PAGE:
I agree the long run entails downsizing. The Collins bill would give the breathing spell to let attrition do the work.
They are thinking of bringing back the pony-express.
Ordered some books from Amazon and the tracking says they are coming via USPS with a USPS tracking number but the detail tracking shows it coming via Fedex Smartpost.
In that case, your package was actually shipped via FedEx, who utilized USPS for the "last mile" delivery (aka FedEx SmartPost service). What's a bit interesting is that the converse occurs as well; USPS has a contract with FedEx to bundle priority letters and fly them to destination via the FedEx network.
Actually, no. They are governmental in that they have their own police force, and regulations with the force of law, they do not pay taxes, and members of the board of governors are appointed by the President. But they are almost entirely self-sufficient in income (the government pays for mail to the blind, etc.).
The strike began just after midnight on March 18, 1970, as members of the National Association of Letter Carriers (NALC) local #36 voted 1,555 to 1,055 to walk out the next morning. Even as NALC president James Rademacher urged his membership to return to work, the wild-cat strike spread across the nation. By the time President Nixon appeared on television to announce his decision to call up the reserves to help move mail in New York City, the strike had spread to 100 US cities, and involved over 200,000 postal workers.
As workers marched in picket lines in front of post offices from New York to Los Angeles, Americans who might have taken their mail for granted in previous weeks were anxiously seeking a resolution to the strike. At a time before cell phones and the internet, when fax machines were brand new and few in number, mail carriers toted the nations commerce and information in their bags. Letters, bills and checks to pay those bills, birthday cards, passports, legal documents, and even draft notices piled up in mail sacks on post office floors across the nation.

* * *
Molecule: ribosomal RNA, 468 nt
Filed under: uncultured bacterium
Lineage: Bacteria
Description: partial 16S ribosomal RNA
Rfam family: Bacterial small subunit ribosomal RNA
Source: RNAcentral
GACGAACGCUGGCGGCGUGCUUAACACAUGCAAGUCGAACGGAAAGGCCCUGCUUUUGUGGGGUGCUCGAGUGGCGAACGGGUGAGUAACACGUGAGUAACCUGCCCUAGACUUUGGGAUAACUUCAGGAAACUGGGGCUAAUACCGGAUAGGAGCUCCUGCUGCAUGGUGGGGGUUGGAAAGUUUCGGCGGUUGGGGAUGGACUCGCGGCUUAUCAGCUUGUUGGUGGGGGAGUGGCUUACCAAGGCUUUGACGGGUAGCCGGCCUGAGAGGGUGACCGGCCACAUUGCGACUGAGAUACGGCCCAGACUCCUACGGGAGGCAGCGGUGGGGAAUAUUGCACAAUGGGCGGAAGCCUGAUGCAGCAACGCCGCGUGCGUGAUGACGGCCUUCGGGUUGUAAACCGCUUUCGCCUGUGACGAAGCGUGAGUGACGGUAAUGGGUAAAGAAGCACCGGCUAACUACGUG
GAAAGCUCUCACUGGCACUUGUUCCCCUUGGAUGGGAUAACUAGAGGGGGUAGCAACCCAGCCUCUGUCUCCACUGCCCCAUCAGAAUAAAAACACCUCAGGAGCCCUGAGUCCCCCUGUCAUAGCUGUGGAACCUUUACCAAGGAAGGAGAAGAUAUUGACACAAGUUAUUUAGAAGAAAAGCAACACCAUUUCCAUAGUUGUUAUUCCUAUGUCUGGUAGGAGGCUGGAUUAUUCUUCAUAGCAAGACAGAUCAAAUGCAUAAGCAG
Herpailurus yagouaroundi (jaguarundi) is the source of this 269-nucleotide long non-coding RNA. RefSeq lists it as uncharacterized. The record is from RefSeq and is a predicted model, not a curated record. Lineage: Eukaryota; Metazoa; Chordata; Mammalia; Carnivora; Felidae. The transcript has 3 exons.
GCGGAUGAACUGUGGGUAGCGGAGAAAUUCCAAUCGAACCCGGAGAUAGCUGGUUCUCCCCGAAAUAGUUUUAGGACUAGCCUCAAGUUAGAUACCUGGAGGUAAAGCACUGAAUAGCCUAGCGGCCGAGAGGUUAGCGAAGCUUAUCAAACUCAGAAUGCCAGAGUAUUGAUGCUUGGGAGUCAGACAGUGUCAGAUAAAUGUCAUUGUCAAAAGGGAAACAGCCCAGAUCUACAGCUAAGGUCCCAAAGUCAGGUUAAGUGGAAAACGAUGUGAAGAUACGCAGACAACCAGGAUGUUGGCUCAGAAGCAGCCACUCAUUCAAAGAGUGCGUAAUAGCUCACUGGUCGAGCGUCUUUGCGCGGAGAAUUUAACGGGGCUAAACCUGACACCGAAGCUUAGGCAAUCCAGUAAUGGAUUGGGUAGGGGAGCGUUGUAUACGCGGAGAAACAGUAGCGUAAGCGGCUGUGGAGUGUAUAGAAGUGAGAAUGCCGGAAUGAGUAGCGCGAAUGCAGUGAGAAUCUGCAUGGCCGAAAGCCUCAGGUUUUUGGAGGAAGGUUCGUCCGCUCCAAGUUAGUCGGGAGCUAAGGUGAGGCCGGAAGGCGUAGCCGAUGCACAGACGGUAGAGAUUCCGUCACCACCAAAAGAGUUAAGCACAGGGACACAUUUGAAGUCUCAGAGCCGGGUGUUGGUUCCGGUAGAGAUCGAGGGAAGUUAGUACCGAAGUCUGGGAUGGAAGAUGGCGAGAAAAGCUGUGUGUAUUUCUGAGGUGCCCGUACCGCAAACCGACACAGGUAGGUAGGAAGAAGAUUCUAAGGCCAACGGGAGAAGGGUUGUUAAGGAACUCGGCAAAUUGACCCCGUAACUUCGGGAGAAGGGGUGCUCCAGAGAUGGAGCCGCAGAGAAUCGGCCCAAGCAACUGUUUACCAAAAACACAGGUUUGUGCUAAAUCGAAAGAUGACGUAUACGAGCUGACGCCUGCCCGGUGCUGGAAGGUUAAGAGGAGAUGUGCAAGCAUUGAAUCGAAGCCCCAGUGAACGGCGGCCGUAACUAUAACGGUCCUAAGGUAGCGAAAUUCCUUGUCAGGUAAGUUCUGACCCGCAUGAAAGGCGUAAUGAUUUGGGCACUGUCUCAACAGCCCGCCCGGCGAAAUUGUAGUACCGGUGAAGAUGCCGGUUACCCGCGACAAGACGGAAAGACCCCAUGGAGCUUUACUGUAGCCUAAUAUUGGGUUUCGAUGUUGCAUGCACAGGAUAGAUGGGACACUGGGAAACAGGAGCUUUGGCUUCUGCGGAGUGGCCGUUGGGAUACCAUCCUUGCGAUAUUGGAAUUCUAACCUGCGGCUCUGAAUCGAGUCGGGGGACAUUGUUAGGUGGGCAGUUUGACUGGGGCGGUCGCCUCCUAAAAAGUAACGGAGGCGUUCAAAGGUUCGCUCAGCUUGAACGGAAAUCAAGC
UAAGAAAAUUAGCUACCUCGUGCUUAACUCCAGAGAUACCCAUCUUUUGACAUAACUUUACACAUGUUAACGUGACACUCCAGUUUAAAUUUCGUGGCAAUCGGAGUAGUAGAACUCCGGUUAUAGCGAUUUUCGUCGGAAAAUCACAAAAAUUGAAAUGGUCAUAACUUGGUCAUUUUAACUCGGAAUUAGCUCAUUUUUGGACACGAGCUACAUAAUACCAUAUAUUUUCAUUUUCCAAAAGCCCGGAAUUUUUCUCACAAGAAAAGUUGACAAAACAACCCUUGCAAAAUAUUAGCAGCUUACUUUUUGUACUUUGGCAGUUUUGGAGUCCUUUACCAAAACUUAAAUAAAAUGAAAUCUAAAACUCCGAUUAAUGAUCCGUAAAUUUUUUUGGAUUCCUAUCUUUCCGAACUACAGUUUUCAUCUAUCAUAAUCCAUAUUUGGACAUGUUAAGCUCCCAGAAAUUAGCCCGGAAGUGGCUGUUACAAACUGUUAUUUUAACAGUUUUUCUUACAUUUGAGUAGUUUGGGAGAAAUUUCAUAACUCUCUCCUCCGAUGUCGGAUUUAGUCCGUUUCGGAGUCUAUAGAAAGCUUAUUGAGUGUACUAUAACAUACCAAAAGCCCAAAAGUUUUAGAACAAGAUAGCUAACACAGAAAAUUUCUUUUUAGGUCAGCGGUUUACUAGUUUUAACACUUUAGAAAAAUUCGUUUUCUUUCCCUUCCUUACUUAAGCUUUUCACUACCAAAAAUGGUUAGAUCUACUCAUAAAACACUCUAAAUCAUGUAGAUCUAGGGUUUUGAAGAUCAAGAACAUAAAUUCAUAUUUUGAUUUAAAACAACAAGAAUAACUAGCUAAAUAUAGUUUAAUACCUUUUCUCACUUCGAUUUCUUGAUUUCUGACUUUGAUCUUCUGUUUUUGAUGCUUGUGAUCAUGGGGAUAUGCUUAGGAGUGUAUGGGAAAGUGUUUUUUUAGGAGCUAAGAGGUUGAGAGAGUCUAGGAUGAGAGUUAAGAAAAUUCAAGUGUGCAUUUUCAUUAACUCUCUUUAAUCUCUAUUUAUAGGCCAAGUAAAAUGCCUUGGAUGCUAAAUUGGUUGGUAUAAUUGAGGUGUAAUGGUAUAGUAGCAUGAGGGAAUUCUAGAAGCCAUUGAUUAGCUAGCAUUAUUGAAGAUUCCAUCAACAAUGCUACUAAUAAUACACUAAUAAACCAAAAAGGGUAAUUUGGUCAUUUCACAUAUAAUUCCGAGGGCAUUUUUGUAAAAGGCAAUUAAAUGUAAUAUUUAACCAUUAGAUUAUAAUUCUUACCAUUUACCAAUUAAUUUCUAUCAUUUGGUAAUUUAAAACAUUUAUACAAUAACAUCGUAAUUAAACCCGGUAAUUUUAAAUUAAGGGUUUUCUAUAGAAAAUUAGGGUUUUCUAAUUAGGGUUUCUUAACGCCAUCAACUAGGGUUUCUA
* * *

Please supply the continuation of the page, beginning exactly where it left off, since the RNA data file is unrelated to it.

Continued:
The strike came to an end a little over a week after it began. Postal workers eventually secured a larger pay increase. The troubles that had led to the 1970 strike were not unique to postal workers. By the late 1960s it had become evident that the centuries old institution of the Post Office Department was crumbling under the strain of post World War II mail volumes. The solution to many of these problems at that time was the reorganization of the Department on July 1, 1971 into the U.S. Postal Service. But that is another story for another blog and another time.
I was aware of that one, I didn’t consider it a national strike, but with the information that you provided a case can be made to call it that.
yes, what they don't want to talk about is the pay, the benefits, and the PENSIONS eating up all the money....
so cut jobs already....at least that will be less pension money owed....and then if they do declare bankruptcy, they can all go on to the Pension Guarentee plan......
If they made say 350,000 cuts then I might be impressed...